Another important missing part of the attack was Yannick Carrasco. Surprisingly, the Belgium left-winger was very quiet in the derby and people almost forgot his existence. Of course, Madrid had good ways to defend against the qualitative wingers but Carrasco did not do enough. The above image shows Atlético’s all 14 crosses (cr. Wyscout), and only one of them came from Carrasco in the first 45. Comparatively, Thomas Lemar had two more than him in the other half.
Since Carrasco only posed a minimal threat in this game, Carvajal had a relatively easier job to do. The Madrid right-back could pay more attention to his centre-backs and moved inward earlier to make it a 3v2. That was another reason for the unsuccessful use of two strikers against two centre-backs.
In addition, Madrid had Casemiro to provide additional protection to the last line, which also ruined Atlético’s offensive plan. When Carrasco dragged Carvajal out to the wide spaces and stretched the defence in the above situation, Griezmann also made a forward run to separate Militão from Alaba. Then, Cunha should have a 1v1 opportunity to exploit spaces around Alaba, but that advantage was nullified as Casemiro was alert to cover that gap between the centre-backs.
Working together & controlling the game
Atlético were one goal down during halftime as Benzema showed his class again. Simeone made two changes by using João Félix and Thomas Lemar to replace Griezmann and Carrasco. However, they were unable to solve the low block of Madrid as Ancelotti’s men were really disciplined.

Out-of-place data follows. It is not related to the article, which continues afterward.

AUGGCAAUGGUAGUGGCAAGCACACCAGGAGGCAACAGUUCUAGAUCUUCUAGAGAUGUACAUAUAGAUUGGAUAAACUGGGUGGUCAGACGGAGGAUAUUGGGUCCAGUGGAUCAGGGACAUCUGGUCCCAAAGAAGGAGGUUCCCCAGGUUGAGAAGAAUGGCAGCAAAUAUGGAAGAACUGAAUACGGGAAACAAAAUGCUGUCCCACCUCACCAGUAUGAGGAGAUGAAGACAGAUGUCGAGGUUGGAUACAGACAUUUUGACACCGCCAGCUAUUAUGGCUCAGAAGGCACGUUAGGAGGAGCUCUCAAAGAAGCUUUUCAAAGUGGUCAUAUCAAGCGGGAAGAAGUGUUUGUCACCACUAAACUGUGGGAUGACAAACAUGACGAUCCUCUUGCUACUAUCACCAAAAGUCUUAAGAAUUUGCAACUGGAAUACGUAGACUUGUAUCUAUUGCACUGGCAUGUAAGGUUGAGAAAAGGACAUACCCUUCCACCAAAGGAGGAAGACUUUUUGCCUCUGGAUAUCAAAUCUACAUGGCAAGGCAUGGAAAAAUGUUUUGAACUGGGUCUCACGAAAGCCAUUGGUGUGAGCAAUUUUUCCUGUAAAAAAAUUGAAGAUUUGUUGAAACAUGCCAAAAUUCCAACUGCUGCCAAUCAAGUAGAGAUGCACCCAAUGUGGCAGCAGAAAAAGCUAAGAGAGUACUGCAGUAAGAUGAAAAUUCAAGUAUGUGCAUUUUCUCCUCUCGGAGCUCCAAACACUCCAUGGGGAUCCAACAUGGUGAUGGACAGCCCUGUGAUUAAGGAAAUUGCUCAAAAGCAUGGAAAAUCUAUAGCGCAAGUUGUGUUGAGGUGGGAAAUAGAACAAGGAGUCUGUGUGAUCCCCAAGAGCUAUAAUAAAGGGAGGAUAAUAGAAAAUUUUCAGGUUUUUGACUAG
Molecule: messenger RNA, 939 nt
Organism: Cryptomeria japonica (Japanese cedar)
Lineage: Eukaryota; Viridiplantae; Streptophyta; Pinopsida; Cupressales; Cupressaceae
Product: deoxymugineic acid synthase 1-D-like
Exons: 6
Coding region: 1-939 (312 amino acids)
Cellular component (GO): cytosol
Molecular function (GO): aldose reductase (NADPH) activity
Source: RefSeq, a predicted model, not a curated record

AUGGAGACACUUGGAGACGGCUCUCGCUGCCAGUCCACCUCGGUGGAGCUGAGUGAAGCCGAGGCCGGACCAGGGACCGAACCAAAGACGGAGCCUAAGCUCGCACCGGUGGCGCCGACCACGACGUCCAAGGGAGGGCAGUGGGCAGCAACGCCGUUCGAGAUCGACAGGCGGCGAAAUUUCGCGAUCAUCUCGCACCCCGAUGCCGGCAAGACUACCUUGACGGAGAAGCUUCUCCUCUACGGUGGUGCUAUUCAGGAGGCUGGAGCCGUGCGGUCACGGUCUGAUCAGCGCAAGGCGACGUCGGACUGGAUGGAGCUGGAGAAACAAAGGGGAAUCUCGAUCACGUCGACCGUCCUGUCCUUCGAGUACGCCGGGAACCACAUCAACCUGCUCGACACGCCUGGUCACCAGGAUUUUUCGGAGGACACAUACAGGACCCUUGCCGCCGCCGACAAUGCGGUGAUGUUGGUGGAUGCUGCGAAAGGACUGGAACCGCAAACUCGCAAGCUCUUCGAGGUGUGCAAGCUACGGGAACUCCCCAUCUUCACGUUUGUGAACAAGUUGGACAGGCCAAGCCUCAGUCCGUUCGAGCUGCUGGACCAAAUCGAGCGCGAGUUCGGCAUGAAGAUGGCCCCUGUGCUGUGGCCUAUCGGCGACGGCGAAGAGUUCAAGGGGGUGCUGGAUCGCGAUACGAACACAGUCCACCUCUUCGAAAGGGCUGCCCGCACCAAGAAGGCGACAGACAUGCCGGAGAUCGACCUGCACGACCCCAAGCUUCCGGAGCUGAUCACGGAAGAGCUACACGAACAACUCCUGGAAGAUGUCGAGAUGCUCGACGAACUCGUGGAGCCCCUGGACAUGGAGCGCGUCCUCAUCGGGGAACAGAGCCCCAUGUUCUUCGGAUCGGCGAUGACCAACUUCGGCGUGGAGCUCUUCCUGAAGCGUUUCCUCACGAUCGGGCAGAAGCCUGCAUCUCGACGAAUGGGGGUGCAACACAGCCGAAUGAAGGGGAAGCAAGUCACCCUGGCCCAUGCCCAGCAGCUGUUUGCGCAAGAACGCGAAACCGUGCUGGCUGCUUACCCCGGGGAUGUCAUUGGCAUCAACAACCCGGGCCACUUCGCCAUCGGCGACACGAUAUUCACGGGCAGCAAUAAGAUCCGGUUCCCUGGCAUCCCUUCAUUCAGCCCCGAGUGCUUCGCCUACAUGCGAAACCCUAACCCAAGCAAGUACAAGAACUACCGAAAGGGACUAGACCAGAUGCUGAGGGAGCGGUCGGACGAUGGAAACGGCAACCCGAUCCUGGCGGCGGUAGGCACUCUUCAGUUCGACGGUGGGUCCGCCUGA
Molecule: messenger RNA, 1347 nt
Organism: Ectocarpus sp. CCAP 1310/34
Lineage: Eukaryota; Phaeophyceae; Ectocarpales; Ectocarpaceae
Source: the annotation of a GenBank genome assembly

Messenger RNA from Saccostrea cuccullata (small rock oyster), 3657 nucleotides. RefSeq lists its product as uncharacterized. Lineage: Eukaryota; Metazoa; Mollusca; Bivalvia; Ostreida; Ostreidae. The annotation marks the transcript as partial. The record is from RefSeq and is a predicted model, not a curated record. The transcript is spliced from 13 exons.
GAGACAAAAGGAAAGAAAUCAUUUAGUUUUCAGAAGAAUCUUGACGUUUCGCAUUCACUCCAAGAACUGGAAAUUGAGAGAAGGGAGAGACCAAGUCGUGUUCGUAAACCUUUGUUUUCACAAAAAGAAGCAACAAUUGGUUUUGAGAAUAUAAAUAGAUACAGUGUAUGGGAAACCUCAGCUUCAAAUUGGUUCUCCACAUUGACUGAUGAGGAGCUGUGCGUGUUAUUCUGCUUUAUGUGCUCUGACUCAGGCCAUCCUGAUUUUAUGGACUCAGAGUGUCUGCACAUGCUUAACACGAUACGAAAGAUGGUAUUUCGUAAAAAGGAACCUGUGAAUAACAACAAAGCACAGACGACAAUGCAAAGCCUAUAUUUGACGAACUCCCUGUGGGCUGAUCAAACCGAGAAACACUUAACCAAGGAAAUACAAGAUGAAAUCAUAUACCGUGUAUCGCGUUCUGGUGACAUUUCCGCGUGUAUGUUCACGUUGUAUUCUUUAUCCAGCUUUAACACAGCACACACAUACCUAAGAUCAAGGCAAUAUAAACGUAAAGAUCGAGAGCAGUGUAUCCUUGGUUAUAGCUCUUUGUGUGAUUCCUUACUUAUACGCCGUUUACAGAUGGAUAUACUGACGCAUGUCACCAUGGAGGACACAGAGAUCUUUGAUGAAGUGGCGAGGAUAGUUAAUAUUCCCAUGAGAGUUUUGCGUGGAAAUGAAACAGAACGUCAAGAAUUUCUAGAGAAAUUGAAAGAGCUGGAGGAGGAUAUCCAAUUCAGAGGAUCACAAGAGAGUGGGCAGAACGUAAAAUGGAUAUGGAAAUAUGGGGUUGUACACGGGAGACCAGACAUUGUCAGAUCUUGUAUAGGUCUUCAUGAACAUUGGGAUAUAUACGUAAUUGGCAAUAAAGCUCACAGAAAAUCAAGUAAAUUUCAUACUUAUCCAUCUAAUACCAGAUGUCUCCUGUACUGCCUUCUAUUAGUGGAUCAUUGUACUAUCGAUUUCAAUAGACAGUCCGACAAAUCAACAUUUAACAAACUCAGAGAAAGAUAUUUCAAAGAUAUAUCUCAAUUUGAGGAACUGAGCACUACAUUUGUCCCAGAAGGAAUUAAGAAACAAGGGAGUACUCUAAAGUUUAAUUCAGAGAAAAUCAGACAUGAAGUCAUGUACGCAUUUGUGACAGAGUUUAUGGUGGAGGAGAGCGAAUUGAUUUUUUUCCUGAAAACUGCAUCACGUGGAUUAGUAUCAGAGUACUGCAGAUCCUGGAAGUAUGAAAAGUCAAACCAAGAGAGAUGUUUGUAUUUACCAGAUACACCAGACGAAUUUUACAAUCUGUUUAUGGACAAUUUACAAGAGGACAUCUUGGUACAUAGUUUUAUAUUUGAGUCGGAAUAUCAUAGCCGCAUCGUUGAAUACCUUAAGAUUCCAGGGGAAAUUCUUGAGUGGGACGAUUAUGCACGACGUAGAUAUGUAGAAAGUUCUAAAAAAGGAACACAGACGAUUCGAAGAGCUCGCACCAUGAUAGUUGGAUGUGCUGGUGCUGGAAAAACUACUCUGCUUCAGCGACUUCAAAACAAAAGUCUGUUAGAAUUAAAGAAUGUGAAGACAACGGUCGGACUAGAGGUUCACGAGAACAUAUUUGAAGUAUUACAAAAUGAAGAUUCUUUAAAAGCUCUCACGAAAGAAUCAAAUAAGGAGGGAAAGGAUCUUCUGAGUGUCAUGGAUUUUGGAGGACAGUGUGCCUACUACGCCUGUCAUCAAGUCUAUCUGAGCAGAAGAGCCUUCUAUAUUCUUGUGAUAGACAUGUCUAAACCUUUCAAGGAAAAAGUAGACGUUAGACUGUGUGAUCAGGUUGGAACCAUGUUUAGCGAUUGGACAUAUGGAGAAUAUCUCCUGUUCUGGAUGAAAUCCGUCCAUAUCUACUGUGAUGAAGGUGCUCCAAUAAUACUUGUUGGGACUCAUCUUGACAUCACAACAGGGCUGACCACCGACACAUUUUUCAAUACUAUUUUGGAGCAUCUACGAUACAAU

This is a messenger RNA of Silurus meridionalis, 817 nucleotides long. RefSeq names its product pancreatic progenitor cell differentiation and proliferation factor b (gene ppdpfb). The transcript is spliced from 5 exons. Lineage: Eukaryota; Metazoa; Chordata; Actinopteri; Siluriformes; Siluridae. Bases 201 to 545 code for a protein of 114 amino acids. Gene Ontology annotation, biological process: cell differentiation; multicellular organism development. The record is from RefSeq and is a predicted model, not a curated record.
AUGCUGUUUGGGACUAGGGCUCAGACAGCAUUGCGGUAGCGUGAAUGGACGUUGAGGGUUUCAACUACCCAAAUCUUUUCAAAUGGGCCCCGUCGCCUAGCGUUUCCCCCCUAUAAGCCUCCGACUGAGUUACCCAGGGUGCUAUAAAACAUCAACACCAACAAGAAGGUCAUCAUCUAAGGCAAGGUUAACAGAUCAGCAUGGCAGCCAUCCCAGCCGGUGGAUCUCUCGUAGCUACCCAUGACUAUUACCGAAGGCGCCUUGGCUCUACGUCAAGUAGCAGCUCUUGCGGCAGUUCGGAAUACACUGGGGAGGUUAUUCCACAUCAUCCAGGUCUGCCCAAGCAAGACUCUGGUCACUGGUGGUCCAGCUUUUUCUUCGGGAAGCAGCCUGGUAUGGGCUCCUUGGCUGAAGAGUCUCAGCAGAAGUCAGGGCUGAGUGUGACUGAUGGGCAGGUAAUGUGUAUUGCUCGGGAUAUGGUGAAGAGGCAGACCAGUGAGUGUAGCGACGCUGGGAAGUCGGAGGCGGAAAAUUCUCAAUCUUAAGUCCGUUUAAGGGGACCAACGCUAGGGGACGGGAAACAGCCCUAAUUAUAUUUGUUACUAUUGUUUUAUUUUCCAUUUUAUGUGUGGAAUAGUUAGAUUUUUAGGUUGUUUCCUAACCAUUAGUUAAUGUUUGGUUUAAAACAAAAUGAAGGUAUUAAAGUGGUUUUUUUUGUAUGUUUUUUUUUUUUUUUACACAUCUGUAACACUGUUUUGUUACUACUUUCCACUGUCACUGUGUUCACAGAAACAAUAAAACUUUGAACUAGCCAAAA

Carletto’s team was good at playing in a low block, to drag the oppositions out and hit them on the counters. Specifically, they put nine men behind the ball and left Benzema high as the rest offence, as we showed in the above image. At times, the shape was a 6-3-1 and it was important to have wingers helping the full-backs in the wide spaces, and Casemiro dropping into the last line to give an additional man. With players to form the last line, the channels between each defender were narrowed as much as possible and that made Atlético difficult to play through them.
In the second half, Lemar and Félix carried great responsibilities in the attack and the duo combined a couple of times on the left side. However, Madrid had really great defensive structure to nullify the attacks of Atlético. Here, in this image, you could see Lemar was without any support as Hermoso was not good at attacking the outside spaces, the winger must dribble on his own without much help. Furthermore, Madrid’s backline was completed as Asensio came back to cover the wide spaces for Carvajal, which made sure the hosts had enough players to defend the two strikers in the centre. Carletto’s troops also had Modrić and Casemiro around to lock the half-space around Félix and the ball, the players were staying close to each other so they could support and cover at any time.